Sunday, 15 March 2009

Sunday 15th.March 2009

Well , it certainly looked like Spring whilst having breakfast this morning , even though Carol said it was still chilly outside , which probably accounted for the fact that when I looked down the garden at the feeders , and orange ball in the Tamarisk caught my eye .
I dashed up to the back bedroom window and got this shot . After a while , he was happy to come down onto the path and start feeding on the seed there .

A male Brambling , almost in breeding plumage , most unexpected now that things are warming up . He didn't stay long , and it wasn't long before the usual Jackdaws appeared to finish up what was left on the path .

Whilst I was hedgelaying yesterday , Carol found the first frogspawn in the pond , so I went down to have a look . Well , the small amount from yesterday has turned into a large amount today , and with four pairs of frogs , with the males on the backs of the females , ready to fertilize her eggs . I think it is referred to as the pair in ' amplexus ' , anyway , it is the first spawn I have seen this year , having been looking whilst out .

Anticipating the temperature increase would awaken more reptiles , I headed off to Fackenden Down , near Shoreham , Kent . I was greeted almost immediately by two Brimstone males , each trying to drive off the other . They were the first of an estimated 10/15 , all males , that I saw whilst on the site . Difficult to get a true figure as they are non stop chasing from one end of the site to another , except for this one , who must have been catching his breath , because , shortly after taking this shot , he too was on his way . I also had a single Comma and a single Peacock , neither of which stoppped for a photo . Suprisingly , the anticipated emergence of reptiles did not extend to the Adders . I only found two individuals , warming up in the morning sun together , as you often find them early in the season , especially close to their hibernacular , as these two were . The earthy one I'm sure was the one I found last visit , and the cleaner a newer emergent . One head is about in the middle and the other , top of the screen , just left of centre . A few years ago , I photographed a jumble of eight Adders around this time of year . Slow Worms did much better with nine being found , including this trio . Whilst on site , I met a couple walking their dog , who told me they had disturbed a good sized Grass Snake at the far end of the site . I went and had a look , but could not find it . There was not much colour on the site , but every now and then , there were patches of Violets , I think they are Sweet Violets , but I am not sure . After lunch , with the sunshine becoming milky , I had a walk over the Common , and once again found Brimstones (5) and Commas (6) , both of which species overwinter as adults , on the wing .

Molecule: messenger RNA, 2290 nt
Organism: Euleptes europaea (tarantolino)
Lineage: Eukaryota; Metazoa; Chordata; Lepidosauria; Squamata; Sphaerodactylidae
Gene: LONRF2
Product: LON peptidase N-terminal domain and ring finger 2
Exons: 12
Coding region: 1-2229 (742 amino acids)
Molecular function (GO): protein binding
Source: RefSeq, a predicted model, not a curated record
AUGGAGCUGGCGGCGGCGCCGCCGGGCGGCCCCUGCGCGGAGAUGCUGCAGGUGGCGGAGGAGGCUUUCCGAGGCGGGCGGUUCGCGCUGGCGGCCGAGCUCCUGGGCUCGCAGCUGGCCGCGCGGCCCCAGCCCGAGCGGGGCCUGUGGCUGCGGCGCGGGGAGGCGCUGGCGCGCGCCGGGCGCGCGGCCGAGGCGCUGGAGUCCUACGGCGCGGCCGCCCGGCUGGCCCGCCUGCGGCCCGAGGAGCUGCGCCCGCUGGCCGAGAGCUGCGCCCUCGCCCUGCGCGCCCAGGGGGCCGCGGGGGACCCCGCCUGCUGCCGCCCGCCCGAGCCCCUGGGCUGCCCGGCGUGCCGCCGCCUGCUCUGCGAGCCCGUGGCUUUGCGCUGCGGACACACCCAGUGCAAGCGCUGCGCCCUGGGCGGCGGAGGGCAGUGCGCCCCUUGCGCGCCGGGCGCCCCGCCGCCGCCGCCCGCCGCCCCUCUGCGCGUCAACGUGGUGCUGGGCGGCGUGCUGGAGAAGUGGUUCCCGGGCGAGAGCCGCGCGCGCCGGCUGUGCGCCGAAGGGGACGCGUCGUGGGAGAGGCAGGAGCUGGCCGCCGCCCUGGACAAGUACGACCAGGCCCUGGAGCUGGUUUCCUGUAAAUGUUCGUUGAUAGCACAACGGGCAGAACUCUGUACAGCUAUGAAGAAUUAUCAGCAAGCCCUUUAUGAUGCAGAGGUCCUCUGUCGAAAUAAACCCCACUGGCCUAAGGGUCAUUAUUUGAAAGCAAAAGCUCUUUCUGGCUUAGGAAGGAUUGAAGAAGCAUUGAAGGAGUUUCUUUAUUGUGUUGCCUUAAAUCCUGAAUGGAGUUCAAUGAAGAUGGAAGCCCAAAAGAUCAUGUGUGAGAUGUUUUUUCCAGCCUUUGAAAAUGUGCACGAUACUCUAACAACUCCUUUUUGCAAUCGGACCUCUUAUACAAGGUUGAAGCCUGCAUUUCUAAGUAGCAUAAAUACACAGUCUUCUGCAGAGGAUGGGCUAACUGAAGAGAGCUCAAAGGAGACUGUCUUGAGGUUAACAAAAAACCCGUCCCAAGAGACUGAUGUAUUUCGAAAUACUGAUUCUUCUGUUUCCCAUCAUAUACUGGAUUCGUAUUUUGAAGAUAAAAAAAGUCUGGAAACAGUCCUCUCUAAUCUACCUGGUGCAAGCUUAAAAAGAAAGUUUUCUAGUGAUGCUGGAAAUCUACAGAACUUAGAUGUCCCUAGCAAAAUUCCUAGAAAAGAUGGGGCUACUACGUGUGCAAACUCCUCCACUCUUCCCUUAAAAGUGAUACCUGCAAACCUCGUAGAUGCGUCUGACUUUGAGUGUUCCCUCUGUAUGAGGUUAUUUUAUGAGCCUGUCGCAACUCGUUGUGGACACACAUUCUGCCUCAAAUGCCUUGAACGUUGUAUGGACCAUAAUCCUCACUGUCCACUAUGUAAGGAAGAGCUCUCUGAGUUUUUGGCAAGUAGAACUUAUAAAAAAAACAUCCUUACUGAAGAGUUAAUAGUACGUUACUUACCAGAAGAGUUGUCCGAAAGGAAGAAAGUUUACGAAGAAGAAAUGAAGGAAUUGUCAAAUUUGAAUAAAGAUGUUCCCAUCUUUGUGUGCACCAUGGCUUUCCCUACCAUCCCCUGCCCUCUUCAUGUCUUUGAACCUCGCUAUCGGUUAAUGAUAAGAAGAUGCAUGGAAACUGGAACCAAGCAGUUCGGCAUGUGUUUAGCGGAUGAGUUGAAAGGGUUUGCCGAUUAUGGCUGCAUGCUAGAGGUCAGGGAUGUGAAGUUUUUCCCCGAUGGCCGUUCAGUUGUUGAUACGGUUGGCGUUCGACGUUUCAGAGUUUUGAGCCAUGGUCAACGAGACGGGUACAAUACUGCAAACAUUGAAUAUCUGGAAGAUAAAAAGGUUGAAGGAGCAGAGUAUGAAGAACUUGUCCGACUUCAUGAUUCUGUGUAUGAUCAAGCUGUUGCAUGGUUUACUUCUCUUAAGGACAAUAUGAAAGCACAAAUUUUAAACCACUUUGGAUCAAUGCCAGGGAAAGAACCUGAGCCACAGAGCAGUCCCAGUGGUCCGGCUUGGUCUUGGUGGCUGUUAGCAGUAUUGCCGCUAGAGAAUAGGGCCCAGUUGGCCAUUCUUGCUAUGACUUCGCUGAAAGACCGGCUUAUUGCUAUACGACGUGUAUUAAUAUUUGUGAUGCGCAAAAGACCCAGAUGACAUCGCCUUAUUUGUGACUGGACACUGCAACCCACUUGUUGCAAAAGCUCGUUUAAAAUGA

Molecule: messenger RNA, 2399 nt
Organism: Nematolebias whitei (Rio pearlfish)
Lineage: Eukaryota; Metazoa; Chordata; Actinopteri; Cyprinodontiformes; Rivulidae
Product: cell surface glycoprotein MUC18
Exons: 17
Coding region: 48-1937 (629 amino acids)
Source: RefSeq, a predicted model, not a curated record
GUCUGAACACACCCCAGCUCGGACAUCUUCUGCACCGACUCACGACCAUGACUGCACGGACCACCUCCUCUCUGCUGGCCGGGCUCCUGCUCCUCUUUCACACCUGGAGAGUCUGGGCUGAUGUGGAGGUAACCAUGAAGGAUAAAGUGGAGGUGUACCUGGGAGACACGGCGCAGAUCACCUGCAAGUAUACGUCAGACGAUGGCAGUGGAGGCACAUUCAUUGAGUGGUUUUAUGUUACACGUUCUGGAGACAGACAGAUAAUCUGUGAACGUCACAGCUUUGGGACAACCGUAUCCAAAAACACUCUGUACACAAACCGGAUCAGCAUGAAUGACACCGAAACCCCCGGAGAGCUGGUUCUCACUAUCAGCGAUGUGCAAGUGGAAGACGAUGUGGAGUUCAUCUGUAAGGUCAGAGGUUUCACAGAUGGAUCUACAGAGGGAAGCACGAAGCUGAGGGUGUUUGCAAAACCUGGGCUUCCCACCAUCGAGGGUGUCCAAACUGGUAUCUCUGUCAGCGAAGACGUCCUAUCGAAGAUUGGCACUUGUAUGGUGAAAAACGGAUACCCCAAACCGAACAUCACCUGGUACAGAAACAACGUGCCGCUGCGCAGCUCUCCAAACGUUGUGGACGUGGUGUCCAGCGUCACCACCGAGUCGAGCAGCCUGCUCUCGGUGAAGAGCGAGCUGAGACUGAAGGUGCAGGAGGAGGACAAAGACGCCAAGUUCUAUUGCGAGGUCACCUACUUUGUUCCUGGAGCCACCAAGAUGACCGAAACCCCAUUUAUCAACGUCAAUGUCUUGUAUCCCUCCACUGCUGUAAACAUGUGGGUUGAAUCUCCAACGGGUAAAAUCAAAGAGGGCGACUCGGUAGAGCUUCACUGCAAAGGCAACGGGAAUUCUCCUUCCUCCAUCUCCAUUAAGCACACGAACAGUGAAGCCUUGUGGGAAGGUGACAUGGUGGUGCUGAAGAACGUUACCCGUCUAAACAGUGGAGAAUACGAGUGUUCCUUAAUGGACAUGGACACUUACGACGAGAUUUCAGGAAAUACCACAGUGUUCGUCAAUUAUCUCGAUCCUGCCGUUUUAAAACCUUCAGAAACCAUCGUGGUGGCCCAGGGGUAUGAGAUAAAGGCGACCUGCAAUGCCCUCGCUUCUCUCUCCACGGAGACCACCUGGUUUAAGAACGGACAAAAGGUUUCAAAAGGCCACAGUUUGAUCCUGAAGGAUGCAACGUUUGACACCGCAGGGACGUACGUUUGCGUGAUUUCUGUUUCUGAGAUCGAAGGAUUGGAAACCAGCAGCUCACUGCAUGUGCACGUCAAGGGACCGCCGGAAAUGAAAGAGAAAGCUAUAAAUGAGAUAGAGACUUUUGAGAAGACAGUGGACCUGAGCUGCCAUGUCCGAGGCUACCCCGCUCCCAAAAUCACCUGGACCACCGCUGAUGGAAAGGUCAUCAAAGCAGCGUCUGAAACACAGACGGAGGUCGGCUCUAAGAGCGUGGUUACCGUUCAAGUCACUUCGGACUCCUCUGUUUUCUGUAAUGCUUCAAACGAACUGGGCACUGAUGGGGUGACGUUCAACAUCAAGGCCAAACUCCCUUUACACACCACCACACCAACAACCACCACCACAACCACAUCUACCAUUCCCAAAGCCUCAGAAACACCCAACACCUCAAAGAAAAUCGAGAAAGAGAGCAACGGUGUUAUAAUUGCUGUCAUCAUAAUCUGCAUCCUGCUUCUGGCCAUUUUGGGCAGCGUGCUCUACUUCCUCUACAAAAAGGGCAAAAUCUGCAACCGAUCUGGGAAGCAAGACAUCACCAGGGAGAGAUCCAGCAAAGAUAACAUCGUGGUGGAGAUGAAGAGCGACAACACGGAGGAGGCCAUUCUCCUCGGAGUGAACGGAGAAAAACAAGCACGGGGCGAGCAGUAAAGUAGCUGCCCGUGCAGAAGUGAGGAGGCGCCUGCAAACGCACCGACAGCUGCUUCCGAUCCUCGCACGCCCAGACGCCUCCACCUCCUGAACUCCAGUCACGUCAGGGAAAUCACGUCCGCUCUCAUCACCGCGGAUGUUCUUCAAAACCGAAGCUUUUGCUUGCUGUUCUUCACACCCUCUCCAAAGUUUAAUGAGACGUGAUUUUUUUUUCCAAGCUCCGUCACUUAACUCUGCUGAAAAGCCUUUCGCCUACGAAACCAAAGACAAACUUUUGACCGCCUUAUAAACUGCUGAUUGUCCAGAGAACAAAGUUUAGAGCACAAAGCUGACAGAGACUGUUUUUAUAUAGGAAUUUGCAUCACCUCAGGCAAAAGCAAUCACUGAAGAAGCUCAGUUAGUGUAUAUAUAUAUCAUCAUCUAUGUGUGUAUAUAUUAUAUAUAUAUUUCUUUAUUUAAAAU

On the heather/gorse area , were 2/3 pairs of Long Tailed Tits , probably looking for nesting sites amongst the tall gorse which they seem to use each year . I also had a Sparrowhawk driftinf effortlessly on the thermals .

4 comments:

Ken said...

Hello Greenie
What a great day out nature watching you had today, such variety. I like the photo of the Comma, one of my favourite Butterflies.Well done with getting the Brambling also.

Warren Baker said...

I enjoyed the post today greenie,
I really want a pic of a Brimstone. I saw one today for the first time in years on my patch, but like you say, they just don't stop!

Kingsdowner said...

A good start to spring there!
Well done for the great Brimstone shot - the one that kept visiting yesterday didn't alight once.
For reptile sheets, do you (or rather 'they') prefer corrugated iron or felt?

Kingsdowner said...

Greenie,
I visited Fackenden yesterday for the first time, and duly lifted the lids.
Three slow worms were found (one each under felt, iron, and plastic) and two adders were under a plastic sheet.
This is reassuring for me, as I've chosen clear plastic in my own garden.
Thanks for the pointer.